Smith v Carillion (JM) Ltd  EWCA Civ 209; (2015) EMPLR 031
Court of Appeal, Civil Division
Elias, Fulford LJJ and Dame Janet Smith
If there is no contract between an agency worker and the end user, the agency worker is neither an employee nor a worker for the purposes of employment protection legislation. It may be possible to imply a contract where that is necessary for business reality and where in reality enforceable obligations exist. But no contract can be implied where the parties would have conducted themselves in the same way even if there had been no contract.
In this case, S needed to establish that he had been an employee in order to establish his claim of ‘action short of dismissal’ (that phrase is replaced in current legislation by ‘subjected to a detriment’) on grounds of his trade union activity.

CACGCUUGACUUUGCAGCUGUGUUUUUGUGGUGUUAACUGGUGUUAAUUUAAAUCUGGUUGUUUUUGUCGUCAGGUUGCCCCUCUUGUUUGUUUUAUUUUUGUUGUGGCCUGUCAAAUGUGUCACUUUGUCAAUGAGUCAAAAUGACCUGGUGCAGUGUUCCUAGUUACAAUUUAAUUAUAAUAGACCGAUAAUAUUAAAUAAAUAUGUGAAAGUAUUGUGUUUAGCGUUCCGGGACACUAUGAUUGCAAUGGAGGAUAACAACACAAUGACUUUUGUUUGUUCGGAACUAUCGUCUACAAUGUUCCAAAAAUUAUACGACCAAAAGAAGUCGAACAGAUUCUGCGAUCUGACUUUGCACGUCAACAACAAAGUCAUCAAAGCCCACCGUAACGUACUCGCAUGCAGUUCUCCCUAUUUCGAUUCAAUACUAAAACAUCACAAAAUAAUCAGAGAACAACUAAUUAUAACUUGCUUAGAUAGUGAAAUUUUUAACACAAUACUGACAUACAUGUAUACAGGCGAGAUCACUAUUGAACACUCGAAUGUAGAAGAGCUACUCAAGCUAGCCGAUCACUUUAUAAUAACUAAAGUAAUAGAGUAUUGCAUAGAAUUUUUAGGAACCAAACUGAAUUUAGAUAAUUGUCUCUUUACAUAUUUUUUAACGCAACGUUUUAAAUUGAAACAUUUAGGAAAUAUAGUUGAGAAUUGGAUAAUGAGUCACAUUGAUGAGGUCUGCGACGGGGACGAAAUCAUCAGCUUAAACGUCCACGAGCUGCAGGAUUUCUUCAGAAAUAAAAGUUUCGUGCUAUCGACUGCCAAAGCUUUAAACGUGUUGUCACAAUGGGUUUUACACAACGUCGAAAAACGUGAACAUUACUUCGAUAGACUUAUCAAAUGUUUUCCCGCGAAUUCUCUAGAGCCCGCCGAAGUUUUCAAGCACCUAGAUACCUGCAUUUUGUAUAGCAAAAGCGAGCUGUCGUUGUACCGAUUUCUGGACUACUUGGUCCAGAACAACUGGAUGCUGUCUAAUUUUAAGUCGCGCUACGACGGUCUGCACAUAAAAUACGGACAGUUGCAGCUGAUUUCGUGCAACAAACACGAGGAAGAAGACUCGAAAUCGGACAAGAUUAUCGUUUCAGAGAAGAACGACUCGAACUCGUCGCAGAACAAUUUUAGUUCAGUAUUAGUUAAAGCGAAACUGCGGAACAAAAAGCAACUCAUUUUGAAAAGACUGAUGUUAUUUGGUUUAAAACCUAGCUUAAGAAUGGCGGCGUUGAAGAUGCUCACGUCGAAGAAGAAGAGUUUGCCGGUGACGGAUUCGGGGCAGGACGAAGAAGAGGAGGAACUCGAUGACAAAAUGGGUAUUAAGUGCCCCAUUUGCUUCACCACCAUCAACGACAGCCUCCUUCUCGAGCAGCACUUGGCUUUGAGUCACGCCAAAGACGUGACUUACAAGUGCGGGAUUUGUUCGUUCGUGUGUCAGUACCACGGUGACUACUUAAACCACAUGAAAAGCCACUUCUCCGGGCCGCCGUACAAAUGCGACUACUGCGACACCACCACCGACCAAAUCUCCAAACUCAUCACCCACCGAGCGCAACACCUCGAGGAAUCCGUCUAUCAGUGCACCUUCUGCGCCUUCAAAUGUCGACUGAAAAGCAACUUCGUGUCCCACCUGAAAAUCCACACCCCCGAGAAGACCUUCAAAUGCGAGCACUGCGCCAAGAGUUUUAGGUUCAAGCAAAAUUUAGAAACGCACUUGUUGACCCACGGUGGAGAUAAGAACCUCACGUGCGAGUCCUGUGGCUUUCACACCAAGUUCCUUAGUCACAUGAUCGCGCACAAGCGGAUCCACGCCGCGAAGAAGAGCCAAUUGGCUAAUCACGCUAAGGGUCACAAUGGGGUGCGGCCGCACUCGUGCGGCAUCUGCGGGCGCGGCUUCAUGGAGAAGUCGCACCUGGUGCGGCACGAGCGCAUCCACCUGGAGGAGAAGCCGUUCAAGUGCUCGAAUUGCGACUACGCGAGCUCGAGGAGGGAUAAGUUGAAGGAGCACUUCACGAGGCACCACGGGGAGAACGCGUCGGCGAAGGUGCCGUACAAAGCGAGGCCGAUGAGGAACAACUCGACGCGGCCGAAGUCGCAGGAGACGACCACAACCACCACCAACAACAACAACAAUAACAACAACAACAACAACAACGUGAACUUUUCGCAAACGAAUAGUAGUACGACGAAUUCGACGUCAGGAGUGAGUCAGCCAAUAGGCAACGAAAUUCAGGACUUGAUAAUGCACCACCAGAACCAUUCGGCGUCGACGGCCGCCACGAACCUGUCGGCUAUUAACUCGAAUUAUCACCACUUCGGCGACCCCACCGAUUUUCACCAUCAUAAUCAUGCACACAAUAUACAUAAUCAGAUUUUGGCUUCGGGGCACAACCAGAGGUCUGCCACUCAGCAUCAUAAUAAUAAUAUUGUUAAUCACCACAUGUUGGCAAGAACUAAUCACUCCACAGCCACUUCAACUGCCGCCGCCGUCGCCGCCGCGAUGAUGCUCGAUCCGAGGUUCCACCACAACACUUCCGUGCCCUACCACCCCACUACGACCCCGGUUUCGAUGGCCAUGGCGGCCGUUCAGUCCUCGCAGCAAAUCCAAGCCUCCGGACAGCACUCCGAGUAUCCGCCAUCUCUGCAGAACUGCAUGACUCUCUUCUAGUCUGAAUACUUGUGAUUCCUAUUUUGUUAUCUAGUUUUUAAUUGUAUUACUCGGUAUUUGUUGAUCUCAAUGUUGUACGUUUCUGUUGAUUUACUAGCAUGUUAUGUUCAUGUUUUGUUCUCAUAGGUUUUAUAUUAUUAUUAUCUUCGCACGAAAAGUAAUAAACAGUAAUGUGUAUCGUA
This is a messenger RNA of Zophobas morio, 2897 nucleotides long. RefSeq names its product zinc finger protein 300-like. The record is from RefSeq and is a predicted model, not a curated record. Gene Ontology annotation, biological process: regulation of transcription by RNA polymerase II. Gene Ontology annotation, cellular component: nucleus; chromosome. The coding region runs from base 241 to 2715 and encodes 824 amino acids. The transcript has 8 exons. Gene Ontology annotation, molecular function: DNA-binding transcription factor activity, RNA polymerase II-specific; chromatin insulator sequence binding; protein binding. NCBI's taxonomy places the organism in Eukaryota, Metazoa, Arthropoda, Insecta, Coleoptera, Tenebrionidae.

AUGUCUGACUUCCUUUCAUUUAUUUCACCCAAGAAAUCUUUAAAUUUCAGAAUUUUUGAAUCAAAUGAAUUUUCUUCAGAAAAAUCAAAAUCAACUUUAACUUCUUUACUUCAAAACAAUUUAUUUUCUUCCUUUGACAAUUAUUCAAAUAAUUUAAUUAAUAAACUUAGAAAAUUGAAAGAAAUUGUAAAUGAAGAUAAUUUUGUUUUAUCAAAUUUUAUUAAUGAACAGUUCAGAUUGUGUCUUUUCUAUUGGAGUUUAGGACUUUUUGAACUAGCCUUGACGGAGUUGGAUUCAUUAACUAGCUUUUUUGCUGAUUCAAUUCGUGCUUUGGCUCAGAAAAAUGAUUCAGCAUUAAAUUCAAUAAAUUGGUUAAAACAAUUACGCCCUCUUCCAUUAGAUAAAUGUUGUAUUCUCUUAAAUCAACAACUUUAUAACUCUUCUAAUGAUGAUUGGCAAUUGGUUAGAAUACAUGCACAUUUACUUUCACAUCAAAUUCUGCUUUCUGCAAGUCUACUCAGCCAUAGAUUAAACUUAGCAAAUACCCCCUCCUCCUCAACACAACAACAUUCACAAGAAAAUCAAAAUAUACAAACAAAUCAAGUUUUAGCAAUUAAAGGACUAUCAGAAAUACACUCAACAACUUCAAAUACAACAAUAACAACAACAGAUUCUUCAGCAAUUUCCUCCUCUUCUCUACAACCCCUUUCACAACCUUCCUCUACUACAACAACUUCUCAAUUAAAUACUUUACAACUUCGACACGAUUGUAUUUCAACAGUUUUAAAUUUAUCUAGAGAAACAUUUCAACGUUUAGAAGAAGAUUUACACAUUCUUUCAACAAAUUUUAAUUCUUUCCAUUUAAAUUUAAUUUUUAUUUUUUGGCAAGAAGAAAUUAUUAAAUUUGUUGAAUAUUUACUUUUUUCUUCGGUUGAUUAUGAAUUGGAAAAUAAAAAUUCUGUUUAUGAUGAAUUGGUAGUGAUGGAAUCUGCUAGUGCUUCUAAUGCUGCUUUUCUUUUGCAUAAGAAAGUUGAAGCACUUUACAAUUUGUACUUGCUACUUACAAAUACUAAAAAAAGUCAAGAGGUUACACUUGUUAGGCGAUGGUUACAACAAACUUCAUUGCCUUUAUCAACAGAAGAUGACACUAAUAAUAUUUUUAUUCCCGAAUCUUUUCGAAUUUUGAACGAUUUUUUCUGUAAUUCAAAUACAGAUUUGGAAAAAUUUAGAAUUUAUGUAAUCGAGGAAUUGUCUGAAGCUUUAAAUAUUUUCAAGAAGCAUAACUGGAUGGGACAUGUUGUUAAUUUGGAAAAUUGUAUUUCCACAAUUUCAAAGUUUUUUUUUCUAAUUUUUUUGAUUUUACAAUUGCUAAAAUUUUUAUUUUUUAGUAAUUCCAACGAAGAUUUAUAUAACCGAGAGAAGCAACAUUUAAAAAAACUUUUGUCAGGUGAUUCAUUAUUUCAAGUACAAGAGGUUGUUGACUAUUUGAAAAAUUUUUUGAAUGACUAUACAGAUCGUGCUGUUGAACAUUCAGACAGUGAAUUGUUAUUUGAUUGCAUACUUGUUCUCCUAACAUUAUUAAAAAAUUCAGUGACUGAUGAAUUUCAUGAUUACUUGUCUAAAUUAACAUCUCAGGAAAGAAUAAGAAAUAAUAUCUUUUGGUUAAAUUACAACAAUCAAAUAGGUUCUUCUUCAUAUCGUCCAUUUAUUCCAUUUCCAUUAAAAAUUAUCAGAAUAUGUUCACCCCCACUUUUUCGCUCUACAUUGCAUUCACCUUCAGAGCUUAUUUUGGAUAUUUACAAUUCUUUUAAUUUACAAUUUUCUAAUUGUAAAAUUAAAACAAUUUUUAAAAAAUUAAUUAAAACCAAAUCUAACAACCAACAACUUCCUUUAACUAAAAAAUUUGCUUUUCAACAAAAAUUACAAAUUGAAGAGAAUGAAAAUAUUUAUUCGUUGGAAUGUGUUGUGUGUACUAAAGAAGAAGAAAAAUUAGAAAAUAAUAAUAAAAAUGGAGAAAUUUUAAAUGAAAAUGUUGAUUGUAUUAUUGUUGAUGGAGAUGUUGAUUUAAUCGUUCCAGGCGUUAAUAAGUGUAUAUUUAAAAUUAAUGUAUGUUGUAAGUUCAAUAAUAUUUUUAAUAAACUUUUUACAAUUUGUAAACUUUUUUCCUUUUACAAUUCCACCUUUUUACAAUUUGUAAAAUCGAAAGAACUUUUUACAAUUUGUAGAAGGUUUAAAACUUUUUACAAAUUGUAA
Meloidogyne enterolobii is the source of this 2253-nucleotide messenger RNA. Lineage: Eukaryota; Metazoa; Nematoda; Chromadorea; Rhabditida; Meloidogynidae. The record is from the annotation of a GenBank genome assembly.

S accepted that he had been supplied to M Limited by an agency and that there was no written contract between him and M Limited. He argued, however, that a contract should be implied. He worked for M Limited for a long period; he was fully integrated into the management of the company; he had his own office there and had power to discipline people below him. The tribunal, EAT and Court of Appeal all disagreed. Those facts could equally apply if there had been no contract.
S also relied on the Human Rights Act 1998. That argument also failed because the acts he complained of all happened before the Act came into force.
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